convicts us, and it certainly convicts me in the depths of my heart because I know I cannot do what they did in that early Christian church. But it doesn't mean that we shouldn't heed Jesus' words, especially in a time and place where fear is all around us. "Will I have a job?" "Will my retirement investments rebound in time?"
"Can I help this other family without it harming me? "Will I have what I need when I get to the point in time where I have to rely on these things or will I have to rely on someone else?" Those are scary thoughts and they cross all of our minds. And we cannot hide from that elephant in the room.
We cannot suppose that, if something happens to us, God is going to send us a little check to get us through the month. We know that God does not work in those ways. We know that through prayer our faith is renewed. We know that through our service to God, we find inspiration and newness of life. We
know that God does not have an ATM that can respond to us in the moment we are in crisis. However, the good news is that God's Spirit is abounding and abiding in all of us. It is abounding and abiding and overflowing in those who follow Christ and who look to God for answers, those who in the Spirit know, "God wants me to help
this person," or "God wants me to help with that cause." That Spirit within us moves us, and that is how God responds to those who are in need. The small things that seem like they don't make much of a difference often do make a big difference for the person you're helping.
As we give thanks for what we have and as we look at the early church, what could it mean for us to celebrate this Thanksgiving, not only in word, but in deed, sharing around our Thanksgiving tables not only, "What am I grateful to God for this year?" but, "How might I help someone else be grateful to
God this year?" It's a challenge I toss out to you if you dare to bring it up at the Thanksgiving table. What might we do as individuals and what might we do as a church to reach out to the growing population of those who are in need even as we are worried about our own resources or lack thereof? What does it mean for us to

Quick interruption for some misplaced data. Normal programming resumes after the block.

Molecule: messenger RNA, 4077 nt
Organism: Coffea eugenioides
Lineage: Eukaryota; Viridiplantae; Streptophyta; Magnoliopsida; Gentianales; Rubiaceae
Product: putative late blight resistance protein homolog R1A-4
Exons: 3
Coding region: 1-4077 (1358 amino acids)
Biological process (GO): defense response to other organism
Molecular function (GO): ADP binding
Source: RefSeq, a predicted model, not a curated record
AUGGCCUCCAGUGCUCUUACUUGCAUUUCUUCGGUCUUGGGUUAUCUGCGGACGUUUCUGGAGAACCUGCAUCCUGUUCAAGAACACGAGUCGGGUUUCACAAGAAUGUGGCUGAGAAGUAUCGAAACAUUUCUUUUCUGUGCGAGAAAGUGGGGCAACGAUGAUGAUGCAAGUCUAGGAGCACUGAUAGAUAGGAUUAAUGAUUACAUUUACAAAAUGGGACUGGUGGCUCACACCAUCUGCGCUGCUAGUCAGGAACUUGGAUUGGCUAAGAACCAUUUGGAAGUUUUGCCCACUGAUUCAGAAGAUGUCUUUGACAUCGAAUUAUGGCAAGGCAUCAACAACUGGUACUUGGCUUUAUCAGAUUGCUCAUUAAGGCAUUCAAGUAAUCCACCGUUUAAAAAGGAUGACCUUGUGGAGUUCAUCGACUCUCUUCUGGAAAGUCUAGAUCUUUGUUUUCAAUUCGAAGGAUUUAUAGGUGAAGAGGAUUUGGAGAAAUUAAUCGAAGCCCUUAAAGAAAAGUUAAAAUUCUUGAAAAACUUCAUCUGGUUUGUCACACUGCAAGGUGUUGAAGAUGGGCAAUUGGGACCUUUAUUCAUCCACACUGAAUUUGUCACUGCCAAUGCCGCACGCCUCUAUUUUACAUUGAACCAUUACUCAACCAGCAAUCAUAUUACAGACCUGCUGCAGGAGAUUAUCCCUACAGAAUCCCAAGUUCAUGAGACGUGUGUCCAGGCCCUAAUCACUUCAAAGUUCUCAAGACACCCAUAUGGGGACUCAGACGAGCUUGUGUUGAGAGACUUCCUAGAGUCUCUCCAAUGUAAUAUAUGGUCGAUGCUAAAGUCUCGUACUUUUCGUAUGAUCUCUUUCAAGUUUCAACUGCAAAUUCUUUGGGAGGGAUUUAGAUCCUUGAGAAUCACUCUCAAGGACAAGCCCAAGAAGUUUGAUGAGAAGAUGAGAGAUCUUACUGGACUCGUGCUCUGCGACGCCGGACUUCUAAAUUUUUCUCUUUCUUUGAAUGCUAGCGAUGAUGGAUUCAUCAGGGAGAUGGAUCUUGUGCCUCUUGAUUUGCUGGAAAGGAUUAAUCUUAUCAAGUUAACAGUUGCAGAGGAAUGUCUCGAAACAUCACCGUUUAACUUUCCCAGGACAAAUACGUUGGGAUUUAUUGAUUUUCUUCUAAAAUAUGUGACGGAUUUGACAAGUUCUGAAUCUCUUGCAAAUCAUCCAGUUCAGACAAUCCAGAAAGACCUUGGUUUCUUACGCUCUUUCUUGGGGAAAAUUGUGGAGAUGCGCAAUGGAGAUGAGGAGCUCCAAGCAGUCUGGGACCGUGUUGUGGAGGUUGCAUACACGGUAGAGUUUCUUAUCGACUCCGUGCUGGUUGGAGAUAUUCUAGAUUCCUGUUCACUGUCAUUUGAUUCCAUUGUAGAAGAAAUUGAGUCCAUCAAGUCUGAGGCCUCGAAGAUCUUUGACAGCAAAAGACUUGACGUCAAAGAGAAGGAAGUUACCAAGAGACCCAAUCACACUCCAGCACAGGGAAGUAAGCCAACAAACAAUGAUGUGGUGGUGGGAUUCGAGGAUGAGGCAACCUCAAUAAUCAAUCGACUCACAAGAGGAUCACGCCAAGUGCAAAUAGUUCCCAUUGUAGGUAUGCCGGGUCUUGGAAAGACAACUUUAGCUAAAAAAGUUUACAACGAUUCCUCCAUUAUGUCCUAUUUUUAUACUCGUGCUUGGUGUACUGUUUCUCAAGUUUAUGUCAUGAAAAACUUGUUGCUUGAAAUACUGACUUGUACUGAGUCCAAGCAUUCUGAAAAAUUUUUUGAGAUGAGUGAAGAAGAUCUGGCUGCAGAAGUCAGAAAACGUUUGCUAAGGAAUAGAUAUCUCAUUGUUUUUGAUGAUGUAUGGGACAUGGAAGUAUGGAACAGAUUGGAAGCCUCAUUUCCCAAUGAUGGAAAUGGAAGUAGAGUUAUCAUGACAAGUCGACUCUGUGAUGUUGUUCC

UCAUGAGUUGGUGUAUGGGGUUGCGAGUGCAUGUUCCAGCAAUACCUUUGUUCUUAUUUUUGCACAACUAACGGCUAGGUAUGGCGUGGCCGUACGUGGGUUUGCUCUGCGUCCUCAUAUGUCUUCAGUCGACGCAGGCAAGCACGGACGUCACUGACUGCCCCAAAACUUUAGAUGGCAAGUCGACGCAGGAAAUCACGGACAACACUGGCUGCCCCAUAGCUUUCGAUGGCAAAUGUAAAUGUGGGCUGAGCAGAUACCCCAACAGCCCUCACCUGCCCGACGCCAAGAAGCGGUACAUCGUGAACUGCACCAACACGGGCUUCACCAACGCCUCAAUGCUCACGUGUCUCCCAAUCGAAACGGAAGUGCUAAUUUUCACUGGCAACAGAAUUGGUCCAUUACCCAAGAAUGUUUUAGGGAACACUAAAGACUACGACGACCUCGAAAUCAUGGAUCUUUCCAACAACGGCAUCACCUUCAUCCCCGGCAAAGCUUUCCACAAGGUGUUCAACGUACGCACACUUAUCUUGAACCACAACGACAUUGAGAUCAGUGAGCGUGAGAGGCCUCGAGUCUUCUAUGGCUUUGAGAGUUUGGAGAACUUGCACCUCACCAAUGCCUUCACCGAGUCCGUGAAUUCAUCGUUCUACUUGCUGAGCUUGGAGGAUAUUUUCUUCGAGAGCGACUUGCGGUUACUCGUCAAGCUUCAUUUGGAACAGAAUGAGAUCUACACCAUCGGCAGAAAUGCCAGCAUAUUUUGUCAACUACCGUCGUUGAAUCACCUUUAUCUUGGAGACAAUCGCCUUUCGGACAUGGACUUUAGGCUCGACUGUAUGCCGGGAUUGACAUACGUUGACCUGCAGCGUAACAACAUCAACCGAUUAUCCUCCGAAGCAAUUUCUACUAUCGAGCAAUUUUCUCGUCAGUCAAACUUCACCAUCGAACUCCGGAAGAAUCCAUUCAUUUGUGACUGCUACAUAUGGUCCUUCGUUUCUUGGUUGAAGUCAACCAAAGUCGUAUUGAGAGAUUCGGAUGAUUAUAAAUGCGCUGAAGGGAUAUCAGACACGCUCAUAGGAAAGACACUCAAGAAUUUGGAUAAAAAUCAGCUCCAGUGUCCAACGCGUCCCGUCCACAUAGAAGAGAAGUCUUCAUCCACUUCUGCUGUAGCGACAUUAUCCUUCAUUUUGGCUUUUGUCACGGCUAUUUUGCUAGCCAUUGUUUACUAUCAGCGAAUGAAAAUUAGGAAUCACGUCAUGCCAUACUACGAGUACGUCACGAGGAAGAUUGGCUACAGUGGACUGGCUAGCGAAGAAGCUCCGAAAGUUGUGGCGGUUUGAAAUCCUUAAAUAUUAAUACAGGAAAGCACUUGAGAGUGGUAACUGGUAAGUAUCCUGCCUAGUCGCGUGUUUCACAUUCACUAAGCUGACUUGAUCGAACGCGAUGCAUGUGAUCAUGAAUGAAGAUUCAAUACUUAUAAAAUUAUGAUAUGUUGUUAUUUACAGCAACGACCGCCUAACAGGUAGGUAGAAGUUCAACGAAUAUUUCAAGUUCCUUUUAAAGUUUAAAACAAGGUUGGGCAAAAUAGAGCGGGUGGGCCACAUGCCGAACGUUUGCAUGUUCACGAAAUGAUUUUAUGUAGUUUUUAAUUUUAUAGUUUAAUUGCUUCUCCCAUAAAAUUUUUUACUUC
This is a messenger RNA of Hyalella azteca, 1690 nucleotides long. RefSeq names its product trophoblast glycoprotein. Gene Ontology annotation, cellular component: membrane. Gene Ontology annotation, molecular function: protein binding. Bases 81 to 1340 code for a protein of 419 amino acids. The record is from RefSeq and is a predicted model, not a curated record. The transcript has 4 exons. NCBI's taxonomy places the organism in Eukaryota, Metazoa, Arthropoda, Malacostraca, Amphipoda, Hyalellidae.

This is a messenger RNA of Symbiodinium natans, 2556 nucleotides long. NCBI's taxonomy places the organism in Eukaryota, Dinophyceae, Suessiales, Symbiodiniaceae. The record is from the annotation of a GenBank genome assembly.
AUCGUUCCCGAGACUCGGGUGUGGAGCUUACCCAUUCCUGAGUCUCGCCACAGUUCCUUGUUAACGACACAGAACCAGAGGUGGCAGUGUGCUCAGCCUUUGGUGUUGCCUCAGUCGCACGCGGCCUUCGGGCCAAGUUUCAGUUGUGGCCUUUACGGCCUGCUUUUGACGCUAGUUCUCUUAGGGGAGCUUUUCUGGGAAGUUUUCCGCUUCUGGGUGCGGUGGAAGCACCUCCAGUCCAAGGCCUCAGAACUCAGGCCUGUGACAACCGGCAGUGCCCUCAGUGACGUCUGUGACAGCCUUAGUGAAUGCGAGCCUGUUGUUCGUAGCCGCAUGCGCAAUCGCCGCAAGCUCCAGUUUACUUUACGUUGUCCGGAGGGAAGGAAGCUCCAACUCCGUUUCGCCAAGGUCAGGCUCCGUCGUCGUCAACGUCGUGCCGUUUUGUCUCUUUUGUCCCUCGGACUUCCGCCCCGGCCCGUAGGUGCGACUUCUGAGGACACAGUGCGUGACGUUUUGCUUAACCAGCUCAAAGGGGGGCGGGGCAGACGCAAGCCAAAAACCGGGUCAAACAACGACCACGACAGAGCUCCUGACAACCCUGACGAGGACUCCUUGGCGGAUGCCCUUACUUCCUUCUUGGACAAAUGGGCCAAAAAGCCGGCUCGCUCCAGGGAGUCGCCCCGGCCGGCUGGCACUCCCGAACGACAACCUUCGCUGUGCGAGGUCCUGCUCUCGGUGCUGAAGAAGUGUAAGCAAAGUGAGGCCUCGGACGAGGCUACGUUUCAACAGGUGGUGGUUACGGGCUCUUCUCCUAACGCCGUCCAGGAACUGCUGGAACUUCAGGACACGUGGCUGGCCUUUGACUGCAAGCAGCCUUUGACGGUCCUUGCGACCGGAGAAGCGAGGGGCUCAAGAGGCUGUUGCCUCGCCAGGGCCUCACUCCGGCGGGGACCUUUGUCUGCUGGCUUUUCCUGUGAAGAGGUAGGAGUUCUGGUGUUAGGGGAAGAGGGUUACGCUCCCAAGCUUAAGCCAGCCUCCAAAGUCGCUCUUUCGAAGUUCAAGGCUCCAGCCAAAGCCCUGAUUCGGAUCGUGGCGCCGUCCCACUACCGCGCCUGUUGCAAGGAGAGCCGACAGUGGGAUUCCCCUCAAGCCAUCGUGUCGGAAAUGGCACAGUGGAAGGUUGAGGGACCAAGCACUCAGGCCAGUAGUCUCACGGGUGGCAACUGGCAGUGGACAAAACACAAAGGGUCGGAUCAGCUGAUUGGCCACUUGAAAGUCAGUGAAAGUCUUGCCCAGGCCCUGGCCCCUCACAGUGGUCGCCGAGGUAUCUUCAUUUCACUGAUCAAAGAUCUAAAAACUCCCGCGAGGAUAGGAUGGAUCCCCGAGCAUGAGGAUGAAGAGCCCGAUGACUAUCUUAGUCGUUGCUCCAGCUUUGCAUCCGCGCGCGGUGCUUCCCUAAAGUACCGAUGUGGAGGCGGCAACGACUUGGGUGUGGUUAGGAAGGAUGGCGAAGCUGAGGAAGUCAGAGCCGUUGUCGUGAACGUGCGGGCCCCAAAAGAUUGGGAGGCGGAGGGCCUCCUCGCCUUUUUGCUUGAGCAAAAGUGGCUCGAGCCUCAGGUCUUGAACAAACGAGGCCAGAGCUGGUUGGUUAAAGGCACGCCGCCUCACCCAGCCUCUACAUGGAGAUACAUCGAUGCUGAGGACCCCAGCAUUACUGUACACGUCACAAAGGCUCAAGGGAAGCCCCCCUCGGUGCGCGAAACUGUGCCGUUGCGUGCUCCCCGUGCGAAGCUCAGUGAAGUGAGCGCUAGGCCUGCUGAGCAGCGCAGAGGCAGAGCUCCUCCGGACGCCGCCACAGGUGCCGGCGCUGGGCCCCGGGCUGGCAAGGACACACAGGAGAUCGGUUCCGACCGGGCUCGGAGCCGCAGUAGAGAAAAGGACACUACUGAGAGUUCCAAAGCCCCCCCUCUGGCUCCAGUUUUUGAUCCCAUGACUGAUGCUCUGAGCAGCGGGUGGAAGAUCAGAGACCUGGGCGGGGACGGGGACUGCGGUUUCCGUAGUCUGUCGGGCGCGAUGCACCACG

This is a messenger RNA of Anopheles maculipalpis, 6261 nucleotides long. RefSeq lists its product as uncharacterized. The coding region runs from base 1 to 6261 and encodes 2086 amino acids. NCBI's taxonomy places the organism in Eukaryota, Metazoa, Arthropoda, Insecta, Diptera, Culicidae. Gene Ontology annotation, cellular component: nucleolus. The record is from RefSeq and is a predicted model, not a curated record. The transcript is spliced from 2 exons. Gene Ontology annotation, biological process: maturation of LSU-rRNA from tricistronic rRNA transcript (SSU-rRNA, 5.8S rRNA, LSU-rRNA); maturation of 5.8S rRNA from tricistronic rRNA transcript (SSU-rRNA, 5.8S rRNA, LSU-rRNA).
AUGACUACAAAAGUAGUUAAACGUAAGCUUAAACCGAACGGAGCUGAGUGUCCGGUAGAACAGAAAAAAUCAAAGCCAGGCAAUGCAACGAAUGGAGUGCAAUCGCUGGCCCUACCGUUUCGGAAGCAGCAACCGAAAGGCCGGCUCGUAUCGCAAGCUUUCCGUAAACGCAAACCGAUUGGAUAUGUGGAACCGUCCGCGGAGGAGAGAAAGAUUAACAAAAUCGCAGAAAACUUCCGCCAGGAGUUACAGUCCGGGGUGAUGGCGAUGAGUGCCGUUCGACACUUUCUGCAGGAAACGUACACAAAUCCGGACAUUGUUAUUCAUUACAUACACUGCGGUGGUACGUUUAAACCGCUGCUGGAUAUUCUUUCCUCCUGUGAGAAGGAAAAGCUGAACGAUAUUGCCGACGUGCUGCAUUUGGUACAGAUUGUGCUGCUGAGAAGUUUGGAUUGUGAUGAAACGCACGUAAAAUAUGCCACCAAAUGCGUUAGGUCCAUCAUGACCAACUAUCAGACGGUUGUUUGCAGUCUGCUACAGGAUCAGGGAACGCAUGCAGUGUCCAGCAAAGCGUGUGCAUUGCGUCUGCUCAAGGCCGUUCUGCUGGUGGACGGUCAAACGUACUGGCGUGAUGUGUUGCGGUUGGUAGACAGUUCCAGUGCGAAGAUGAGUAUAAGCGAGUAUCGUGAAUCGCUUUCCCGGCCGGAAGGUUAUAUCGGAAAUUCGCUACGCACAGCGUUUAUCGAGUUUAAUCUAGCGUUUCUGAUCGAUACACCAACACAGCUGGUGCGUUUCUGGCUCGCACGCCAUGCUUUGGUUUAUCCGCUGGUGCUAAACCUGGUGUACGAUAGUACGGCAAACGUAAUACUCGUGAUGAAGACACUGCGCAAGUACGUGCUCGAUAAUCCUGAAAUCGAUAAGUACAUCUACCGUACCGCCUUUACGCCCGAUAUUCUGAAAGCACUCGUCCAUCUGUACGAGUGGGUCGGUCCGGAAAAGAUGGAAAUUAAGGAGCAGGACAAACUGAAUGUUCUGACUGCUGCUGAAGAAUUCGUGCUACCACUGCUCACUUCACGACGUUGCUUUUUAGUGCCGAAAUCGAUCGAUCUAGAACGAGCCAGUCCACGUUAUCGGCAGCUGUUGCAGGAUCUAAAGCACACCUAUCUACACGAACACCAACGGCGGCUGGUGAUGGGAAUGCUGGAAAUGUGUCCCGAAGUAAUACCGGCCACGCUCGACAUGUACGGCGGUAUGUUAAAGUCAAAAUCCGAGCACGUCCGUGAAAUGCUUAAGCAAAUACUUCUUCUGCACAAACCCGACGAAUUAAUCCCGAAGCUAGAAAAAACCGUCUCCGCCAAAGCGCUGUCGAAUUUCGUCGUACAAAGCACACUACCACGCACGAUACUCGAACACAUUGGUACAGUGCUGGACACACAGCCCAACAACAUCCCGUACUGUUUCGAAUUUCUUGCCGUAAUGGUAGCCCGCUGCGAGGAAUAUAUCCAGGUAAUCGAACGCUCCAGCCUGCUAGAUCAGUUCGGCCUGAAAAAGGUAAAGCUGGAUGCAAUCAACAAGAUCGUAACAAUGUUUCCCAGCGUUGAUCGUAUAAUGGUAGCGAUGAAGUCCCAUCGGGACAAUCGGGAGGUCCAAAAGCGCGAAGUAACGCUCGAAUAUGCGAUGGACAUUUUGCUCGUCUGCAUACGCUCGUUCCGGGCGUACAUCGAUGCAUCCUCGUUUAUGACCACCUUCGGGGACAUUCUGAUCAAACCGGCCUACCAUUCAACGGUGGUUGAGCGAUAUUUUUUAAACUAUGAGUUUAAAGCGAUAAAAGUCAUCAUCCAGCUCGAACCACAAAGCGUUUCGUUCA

spend more time in prayer about this, not just that it may make us open our wallets more, but might we become more aware, more concentrated in our prayer life, more concentrated in just friendliness and openness with others, which can also be healing? We discovered that at the homeless shelter yesterday. What do those things
mean for us? And what does it mean for us to know that God is calling us to do these things and that through the development of our spirit we'll know more about how and when we respond. Those are deep questions.
We are about to enter into the season of Advent, a time for preparing for the coming of the Messiah. It is very much related to Lent. These two holy seasons call us to seriously reflect on who we follow, who it is that we say we are, and how that is reflected in our lives. And as we move through this
Thanksgiving week, let us spend time giving thanks for all the many blessings we have received and all the people who we love and who love us. Let us give thanks for all of that, and let us prepare ourselves to be ready to dig deep about matters of the Spirit and matters of faith.
At this time I want you to know how much I missed all of you during the three months of my sabbatical and how thankful and blessed I feel to be a part of this community. Sitting down with Pastor Marilyn and hearing her remarks about how well she was received only reminded me that much more of how much
of a blessing this community truly is. And I heard that also from church members as they left this week to move back to Massachusetts, how blessed they felt by this particular community.
So this thanksgiving, I give thanks for all of you. And I'm glad to be back and be part of this community again, and I will add that to my thanksgivings to God around the table this year. Think of the things that you'd like to give thanks for. Share them with somebody. Dare to share those deep-meaning
things this Thanksgiving. It's time for those things to be talked about fluidly with those we love. And then let us begin to prepare ourselves for the coming of the Christ Child.
November 22, 2009
Read other Sermons by Pastor Steve